At Quality Record Pressings in Salina, Kan., the influx of orders for vinyl records is so great that this staff has become turning away requests since September. This resurgence in pvc compound popularity blindsided Gary Salstrom, the company’s general manger. The business is just five-years old, but Salstrom continues to be making records for any living since 1979.
“I can’t tell you how surprised I am just,” he says.
Listeners aren’t just demanding more records; they would like to pay attention to more genres on vinyl. Because so many casual music consumers moved onto cassette tapes, compact discs, then digital downloads during the last several decades, a small contingent of listeners passionate about audio quality supported a modest market for certain musical styles on vinyl, notably classic jazz and orchestral recordings.
Now, seemingly the rest within the musical world gets pressed too. The Recording Industry Association of America reported that vinyl record sales in 2015 exceeded $400 million in the U.S. That figure is vinyl’s highest since 1988, and it beat out revenue from ad-supported online music streaming, such as the free version of Spotify.
While old-school audiophiles plus a new wave of record collectors are supporting vinyl’s second coming, scientists are looking at the chemistry of materials that carry and also have carried sounds within their grooves with time. They hope that by doing this, they will boost their power to create and preserve these records.
Eric B. Monroe, a chemist at the Library of Congress, is studying the composition of one of those particular materials, wax cylinders, to discover the way that they age and degrade. To aid with that, he or she is examining a story of litigation and skulduggery.
Although wax cylinders might appear to be a primitive storage medium, these were a revelation back then. Edison invented the phonograph in 1877 using cylinders wrapped in tinfoil, but he shelved the project to operate on the lightbulb, as outlined by sources on the Library of Congress.
But Edison was lured into the audio game after Alexander Graham Bell and his awesome Volta Laboratory had created wax cylinders. Utilizing chemist Jonas Aylsworth, Edison soon developed a superior brown wax for recording cylinders.
“From a commercial viewpoint, the information is beautiful,” Monroe says. He started working on this history project in September but, before that, was working with the specialty chemical firm Milliken & Co., giving him a unique industrial viewpoint in the material.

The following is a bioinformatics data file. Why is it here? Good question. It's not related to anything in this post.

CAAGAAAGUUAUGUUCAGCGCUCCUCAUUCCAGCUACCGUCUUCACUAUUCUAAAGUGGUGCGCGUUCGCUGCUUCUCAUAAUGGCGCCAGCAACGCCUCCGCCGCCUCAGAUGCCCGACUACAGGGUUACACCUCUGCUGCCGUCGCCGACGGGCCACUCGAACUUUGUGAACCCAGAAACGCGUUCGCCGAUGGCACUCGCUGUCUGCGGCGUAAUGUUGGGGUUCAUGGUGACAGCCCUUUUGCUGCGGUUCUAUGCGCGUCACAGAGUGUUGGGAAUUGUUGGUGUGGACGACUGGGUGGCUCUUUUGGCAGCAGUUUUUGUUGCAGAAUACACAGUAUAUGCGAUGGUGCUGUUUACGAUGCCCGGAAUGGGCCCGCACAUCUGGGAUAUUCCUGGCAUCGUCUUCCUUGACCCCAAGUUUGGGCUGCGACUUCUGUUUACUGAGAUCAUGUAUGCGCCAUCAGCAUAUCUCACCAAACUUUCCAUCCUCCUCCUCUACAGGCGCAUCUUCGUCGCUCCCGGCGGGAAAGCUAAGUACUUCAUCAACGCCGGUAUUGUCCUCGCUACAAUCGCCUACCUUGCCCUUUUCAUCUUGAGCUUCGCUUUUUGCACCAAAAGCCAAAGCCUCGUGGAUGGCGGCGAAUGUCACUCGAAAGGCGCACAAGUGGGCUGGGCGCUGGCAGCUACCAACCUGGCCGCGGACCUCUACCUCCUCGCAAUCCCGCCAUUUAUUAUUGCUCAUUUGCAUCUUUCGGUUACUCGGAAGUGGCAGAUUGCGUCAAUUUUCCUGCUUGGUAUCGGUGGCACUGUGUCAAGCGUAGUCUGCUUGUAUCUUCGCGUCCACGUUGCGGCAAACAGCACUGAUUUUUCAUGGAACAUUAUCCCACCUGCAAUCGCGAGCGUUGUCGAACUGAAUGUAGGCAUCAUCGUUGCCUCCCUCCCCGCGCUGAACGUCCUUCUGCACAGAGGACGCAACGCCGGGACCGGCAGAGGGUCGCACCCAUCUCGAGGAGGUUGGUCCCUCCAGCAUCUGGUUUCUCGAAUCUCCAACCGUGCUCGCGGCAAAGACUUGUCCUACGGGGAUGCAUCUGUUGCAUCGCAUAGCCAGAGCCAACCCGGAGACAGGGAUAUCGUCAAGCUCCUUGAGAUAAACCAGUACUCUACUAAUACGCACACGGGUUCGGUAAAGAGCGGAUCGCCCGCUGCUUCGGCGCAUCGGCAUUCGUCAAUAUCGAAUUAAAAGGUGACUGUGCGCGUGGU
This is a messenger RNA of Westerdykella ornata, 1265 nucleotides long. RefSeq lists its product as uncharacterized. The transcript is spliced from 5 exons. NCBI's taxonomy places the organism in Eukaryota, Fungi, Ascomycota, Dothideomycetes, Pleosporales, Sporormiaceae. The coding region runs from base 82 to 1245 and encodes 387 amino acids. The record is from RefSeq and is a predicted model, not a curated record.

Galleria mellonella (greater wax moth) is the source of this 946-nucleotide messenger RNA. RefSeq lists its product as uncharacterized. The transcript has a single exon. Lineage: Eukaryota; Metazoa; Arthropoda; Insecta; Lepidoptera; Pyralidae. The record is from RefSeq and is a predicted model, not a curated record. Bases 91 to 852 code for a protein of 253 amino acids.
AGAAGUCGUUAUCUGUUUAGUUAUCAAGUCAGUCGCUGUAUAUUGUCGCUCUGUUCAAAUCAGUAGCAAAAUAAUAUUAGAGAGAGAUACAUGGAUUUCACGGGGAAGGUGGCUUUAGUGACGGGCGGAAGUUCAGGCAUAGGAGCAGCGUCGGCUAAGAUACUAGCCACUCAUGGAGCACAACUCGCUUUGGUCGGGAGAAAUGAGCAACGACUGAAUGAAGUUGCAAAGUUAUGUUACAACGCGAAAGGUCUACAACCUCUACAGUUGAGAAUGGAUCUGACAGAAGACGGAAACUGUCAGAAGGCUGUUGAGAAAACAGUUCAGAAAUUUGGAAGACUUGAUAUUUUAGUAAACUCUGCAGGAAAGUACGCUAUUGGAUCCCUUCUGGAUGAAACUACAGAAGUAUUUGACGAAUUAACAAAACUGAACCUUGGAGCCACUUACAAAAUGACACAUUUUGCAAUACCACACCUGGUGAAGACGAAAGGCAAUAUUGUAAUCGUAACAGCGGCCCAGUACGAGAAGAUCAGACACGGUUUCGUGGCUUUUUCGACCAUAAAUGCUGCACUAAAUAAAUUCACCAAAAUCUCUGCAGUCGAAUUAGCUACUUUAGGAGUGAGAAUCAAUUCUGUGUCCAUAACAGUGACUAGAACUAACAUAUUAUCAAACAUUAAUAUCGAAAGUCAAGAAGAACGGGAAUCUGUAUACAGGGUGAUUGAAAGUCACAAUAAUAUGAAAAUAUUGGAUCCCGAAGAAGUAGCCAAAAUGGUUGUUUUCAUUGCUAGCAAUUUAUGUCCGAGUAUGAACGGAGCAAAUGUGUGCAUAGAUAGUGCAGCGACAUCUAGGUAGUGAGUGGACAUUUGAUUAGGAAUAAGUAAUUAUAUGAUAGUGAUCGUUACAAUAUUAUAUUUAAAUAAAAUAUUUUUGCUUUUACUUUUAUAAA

“It’s rather minimalist. It’s just good enough for which it must be,” he says. “It’s not overengineered.” There was one looming downside to the attractive brown wax, though: Edison and Aylsworth never patented it.
Enter Thomas H. MacDonald of American Graphophone Co., who basically paid people off and away to help him copy Edison’s recipe, Monroe says. MacDonald then filed for a patent around the brown wax in 1898. However the lawsuit didn’t come until after Edison and Aylsworth introduced a new and improved black wax.
To record sound into brown wax cylinders, every one needed to be individually grooved with a cutting stylus. Nevertheless the black wax might be cast into grooved molds, permitting mass production of records.
Unfortunately for Edison and Aylsworth, the black wax was actually a direct chemical descendant of the brown wax that legally belonged to American Graphophone, so American Graphophone sued Edison’s National Phonograph Co. Fortunately for that defendants, Aylsworth’s lab notebooks indicated that Team Edison had, in reality, developed the brown wax first. The businesses eventually settled away from court.
Monroe has been able to study legal depositions through the suit and Aylsworth’s notebooks thanks to the Thomas A. Edison Papers Project at Rutgers University, which is working to make a lot more than 5 million pages of documents relevant to Edison publicly accessible.
With such documents, Monroe is tracking how Aylsworth and his awesome colleagues developed waxes and gaining a much better comprehension of the decisions behind the materials’ chemical design. For instance, within an early experiment, Aylsworth made a soap using sodium hydroxide and industrial stearic acid. During the time, industrial-grade stearic acid was actually a roughly 1:1 combination of stearic acid and palmitic acid, two essential fatty acids that differ by two carbon atoms.